Mr. Kempkes, you mentioned that brand awareness of ServiceNow is still relatively unknown in the region. Can you tell our audience more about the portfolio of the company and your new role?M.K.: If you look at Gardner, we are the dominator in the IT service management (ITSM) sector. Then 5-6 years ago the company realized that we should not forget other major workflows. Now we have the IT workflow, that is much more than just ITSM, it's the whole operating system for an IT. The second pillow is about the customer case management in all domains: banks, telcos, manufacturing companies. The third topic is all around the employee experience - from onboarding to offboarding, from room allocations to training, etc. And these are the three major application workflows that we bring to the market. The fourth one is really about elevating our platform to the developer community. That's the low code piece - an approach to build your own applications in the company, very versatile, easy to learn and to operate.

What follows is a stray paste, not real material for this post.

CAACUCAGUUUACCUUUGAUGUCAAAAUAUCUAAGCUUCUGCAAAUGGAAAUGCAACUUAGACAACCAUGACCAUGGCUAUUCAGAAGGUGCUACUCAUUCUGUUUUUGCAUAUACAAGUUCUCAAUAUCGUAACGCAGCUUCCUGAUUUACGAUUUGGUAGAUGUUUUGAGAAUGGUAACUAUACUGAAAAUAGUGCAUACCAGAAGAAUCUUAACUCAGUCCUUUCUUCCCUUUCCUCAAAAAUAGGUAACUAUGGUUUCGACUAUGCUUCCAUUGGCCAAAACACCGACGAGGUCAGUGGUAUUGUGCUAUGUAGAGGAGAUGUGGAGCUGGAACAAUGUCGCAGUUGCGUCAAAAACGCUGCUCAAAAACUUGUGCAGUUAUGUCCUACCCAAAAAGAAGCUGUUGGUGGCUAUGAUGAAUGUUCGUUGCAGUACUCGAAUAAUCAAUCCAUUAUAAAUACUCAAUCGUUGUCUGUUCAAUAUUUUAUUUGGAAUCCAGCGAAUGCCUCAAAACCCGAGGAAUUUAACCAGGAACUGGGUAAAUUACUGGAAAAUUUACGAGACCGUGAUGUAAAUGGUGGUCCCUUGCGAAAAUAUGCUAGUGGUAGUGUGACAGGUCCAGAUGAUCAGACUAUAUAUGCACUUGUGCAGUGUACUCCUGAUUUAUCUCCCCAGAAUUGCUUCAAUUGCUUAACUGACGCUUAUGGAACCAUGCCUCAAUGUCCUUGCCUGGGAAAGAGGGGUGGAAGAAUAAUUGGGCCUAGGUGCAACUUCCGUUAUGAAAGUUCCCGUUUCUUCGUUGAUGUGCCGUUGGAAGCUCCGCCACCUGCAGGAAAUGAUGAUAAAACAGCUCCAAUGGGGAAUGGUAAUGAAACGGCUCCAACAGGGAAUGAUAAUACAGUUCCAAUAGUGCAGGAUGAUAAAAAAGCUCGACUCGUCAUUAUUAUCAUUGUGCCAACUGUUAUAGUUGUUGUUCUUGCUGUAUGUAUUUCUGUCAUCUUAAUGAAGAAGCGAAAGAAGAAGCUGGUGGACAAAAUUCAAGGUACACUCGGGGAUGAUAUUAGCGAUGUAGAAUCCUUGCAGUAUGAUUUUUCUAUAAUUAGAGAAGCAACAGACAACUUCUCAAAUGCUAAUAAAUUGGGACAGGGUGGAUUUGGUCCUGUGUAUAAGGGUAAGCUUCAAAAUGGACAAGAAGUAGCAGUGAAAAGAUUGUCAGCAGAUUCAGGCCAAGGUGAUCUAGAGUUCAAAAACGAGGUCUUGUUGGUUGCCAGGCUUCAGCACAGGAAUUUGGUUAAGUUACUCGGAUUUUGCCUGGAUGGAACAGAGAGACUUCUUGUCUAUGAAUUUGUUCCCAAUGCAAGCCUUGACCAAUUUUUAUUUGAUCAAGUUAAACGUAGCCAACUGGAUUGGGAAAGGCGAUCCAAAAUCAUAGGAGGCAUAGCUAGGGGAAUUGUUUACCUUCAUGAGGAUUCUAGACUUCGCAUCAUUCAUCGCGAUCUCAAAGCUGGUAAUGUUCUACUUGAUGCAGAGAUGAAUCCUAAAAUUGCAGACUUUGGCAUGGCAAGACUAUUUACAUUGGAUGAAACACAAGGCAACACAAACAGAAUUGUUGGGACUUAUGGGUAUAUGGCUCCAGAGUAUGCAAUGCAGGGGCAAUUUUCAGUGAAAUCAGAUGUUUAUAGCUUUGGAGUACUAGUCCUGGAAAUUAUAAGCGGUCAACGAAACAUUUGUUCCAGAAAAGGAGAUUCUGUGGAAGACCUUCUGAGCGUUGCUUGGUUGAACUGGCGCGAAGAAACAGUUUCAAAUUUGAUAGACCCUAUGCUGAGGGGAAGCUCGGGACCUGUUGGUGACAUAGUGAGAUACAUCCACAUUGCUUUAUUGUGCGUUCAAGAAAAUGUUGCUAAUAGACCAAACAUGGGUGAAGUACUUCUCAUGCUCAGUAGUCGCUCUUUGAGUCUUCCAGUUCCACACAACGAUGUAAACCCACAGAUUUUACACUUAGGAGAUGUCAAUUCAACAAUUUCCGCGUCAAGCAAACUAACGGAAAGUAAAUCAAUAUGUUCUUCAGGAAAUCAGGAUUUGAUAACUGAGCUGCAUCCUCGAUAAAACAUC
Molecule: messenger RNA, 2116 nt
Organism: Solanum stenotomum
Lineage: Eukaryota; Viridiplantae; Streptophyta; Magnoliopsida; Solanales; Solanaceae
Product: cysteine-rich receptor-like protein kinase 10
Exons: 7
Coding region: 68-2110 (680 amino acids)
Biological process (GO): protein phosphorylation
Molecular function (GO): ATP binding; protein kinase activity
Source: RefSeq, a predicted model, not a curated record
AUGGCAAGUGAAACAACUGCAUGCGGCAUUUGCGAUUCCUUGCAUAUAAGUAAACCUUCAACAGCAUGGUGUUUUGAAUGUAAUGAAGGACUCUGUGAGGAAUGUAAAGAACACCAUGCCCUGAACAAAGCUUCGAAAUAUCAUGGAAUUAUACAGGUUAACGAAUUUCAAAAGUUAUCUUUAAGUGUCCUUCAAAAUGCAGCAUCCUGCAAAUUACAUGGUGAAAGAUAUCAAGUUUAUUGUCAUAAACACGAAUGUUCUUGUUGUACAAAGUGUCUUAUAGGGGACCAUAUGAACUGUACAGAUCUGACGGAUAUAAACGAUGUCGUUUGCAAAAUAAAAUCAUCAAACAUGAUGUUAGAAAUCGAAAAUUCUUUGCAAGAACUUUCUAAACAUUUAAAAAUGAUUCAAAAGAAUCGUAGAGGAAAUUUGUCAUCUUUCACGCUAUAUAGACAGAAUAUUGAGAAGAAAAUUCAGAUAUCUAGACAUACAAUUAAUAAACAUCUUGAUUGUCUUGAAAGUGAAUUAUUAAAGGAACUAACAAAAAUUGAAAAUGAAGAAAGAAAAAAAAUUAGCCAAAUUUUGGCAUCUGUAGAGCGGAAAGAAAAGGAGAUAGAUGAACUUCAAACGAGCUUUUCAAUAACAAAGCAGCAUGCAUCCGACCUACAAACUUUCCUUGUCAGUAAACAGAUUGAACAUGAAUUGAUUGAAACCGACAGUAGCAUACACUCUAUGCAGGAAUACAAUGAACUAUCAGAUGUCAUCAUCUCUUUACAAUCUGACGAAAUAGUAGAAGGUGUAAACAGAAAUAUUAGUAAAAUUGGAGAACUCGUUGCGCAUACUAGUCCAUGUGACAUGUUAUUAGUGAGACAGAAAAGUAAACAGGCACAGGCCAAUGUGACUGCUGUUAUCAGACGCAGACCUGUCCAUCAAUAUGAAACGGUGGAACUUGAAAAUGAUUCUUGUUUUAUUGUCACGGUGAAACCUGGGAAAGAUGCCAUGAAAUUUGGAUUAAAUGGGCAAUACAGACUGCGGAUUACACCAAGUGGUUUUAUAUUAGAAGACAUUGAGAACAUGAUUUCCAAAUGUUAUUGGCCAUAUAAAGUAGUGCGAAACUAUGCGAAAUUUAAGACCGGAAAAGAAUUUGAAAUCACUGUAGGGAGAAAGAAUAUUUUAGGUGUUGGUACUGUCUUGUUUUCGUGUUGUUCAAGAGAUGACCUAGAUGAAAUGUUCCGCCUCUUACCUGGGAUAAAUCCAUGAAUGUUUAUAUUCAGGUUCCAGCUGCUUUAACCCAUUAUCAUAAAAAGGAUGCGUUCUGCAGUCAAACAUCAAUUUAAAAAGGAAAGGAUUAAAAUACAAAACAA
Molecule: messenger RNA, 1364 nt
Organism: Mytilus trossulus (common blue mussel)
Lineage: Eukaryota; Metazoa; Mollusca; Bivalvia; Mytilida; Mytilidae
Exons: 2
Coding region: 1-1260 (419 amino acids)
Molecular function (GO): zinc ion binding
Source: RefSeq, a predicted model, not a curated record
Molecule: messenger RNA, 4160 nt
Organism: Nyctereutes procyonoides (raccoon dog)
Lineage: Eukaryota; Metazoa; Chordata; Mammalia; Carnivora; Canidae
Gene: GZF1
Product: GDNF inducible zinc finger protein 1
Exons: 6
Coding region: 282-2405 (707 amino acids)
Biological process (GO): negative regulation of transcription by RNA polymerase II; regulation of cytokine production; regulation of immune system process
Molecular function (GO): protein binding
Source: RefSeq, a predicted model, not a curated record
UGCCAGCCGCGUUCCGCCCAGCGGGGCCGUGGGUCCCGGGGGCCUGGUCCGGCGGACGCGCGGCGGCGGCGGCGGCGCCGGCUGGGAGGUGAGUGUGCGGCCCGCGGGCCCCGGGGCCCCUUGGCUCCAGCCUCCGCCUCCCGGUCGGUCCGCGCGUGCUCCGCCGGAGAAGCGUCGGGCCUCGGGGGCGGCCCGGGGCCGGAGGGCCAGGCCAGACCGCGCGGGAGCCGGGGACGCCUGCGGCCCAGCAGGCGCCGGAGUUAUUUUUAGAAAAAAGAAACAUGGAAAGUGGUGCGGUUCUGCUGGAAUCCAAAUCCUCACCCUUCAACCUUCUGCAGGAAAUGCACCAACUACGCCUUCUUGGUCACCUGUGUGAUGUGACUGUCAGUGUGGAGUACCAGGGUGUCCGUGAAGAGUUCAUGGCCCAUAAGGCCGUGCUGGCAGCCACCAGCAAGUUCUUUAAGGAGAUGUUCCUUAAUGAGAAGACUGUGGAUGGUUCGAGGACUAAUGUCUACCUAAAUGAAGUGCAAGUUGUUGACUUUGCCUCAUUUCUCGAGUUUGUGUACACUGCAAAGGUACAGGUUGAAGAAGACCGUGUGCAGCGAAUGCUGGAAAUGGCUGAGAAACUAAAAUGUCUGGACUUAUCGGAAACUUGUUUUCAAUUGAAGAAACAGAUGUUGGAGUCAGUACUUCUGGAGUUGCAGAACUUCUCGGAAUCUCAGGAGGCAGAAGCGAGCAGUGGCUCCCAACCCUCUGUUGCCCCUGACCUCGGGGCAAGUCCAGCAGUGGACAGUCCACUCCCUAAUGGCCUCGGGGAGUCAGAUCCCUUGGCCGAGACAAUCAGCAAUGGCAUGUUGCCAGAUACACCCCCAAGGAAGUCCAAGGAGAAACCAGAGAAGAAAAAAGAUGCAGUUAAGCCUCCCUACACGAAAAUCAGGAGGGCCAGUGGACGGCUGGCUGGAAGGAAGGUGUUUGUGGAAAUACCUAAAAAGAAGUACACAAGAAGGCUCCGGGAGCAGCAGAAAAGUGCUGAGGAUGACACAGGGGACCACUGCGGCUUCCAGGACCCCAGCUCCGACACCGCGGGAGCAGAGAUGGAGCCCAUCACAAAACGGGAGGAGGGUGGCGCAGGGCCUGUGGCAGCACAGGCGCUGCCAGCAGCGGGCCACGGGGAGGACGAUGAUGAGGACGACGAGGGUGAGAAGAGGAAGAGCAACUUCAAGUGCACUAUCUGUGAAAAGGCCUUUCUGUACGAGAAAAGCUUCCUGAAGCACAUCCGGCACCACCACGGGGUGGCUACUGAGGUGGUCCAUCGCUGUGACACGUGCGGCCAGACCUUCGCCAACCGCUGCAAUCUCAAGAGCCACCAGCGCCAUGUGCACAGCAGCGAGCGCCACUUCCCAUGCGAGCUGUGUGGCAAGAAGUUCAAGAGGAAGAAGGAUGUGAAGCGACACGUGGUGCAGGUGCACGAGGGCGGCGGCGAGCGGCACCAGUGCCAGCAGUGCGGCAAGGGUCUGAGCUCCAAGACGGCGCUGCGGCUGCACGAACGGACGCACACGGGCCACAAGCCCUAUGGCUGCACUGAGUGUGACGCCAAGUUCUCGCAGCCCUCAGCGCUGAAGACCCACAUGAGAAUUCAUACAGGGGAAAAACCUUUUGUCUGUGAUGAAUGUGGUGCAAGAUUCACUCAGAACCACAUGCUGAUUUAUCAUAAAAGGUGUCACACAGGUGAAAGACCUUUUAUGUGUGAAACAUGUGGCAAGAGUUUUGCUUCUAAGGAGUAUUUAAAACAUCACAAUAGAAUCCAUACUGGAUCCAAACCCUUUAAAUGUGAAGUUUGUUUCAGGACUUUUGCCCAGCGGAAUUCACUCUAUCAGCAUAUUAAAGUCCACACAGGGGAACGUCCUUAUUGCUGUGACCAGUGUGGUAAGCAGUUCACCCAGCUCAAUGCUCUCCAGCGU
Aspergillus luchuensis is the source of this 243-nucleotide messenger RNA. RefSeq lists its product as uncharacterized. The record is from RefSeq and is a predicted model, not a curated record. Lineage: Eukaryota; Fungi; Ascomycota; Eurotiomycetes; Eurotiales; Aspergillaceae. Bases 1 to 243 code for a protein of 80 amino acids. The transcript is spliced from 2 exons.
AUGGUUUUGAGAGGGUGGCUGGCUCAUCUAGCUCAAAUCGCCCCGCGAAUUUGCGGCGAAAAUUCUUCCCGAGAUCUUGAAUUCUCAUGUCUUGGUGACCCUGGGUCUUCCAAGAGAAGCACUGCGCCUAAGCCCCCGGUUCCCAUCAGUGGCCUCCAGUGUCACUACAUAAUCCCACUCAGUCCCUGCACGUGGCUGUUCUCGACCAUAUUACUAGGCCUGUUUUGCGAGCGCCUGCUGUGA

And interestingly, in some markets - which is true for this region - we're still perceived as an ITSM company. That is what I'm constantly hearing, not only from customers, but also from partners. And for me the biggest job is to change that perception. I think a lot of people in the region - owners of companies or even government institutions - don't even consider solutions from ServiceNow when they think about their biggest problems.
Mr. Spasov, what are the main opportunities and challenges that you see in this partnership for KPMG ITS?